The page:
An increase in nitrate intake can augment circulating nitrite and nitric oxide. This may lead to lower blood pressure and improved vascular function. Green leafy vegetables, such as spinach, are rich sources of nitrate. We aimed to assess the acute effects of a nitrate-rich meal containing spinach on arterial stiffness and blood pressure in healthy men and women. Twenty-six participants aged 38-69years were recruited to a randomized controlled cross-over trial. The acute effects of two energy-matched (2000kJ) meals, administered in random order, were compared. The meals were either high nitrate (220mg of nitrate derived from spinach [spinach]) or low nitrate [control]. Outcome measurements were performed pre-meal and at specific time points up to 210min post meal. Spinach resulted in an eightfold increase in salivary nitrite and a sevenfold increase in salivary nitrate concentrations from pre-meal (P<0.001) to 120min post meal. Spinach compared with control resulted in higher large artery elasticity index (P<0.001), and lower pulse pressure (P<0.001) and systolic blood pressure (P<0.001). Post meal carotid-femoral pulse wave velocity (P=0.07), augmentation index (P=0.63), small artery elasticity index (P=0.98) and diastolic blood pressure (P=0.13) were not significantly altered by spinach relative to control. Therefore, consumption of a nitrate-rich meal can lower systolic blood pressure and pulse pressure and increase large artery compliance acutely in healthy men and women. If sustained, these effects could contribute to better cardiovascular health.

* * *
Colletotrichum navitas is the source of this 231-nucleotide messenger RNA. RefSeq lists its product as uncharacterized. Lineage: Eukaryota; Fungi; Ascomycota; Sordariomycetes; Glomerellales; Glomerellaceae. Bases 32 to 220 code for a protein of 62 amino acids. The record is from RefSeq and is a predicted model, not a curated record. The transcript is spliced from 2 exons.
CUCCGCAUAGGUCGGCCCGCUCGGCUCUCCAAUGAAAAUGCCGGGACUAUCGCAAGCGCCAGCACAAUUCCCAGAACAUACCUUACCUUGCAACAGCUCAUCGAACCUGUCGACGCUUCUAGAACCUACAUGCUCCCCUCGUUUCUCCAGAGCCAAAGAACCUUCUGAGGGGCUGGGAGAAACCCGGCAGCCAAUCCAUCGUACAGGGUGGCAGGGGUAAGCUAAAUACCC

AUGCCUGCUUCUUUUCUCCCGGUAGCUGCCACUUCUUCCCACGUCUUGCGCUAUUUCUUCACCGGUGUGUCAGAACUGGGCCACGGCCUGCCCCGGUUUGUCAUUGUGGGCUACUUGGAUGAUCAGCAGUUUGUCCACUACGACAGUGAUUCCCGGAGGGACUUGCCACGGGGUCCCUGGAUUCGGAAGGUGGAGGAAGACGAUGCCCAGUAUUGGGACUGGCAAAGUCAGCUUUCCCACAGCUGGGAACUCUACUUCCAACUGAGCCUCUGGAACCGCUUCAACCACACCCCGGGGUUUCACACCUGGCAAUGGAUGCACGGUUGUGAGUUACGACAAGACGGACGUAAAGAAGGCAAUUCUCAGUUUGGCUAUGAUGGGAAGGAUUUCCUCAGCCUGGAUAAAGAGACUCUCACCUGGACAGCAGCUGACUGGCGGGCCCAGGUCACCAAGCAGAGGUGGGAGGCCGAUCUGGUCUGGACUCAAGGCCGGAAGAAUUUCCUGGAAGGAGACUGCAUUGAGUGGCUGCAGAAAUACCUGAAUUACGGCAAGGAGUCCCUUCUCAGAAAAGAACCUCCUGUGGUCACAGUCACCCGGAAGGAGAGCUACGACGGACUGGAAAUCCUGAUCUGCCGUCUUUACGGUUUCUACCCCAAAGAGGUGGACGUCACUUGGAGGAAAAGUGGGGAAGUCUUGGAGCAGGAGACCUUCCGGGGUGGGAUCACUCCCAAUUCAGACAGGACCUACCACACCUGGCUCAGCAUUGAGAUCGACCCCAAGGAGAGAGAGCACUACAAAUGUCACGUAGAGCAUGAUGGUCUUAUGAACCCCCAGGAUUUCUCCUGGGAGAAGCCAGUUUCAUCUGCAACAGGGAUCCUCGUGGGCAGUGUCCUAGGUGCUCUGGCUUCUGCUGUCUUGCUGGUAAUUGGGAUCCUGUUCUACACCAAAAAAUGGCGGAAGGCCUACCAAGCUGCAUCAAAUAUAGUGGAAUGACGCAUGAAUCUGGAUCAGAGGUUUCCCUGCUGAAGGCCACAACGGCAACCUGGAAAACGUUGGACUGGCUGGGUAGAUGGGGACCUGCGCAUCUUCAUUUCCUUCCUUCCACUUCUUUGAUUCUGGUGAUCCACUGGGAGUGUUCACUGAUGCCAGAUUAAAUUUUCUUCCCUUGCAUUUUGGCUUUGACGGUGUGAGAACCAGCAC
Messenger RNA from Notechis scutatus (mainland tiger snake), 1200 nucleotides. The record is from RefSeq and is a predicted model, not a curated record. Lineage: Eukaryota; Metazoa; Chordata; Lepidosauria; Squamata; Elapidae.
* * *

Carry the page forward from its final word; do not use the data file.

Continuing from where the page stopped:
Keywords: Arterial stiffness; BMI; Blood pressure; Dietary nitrate; GC–MS; Nitric oxide; body mass index; gas chromatography–mass spectrometry.
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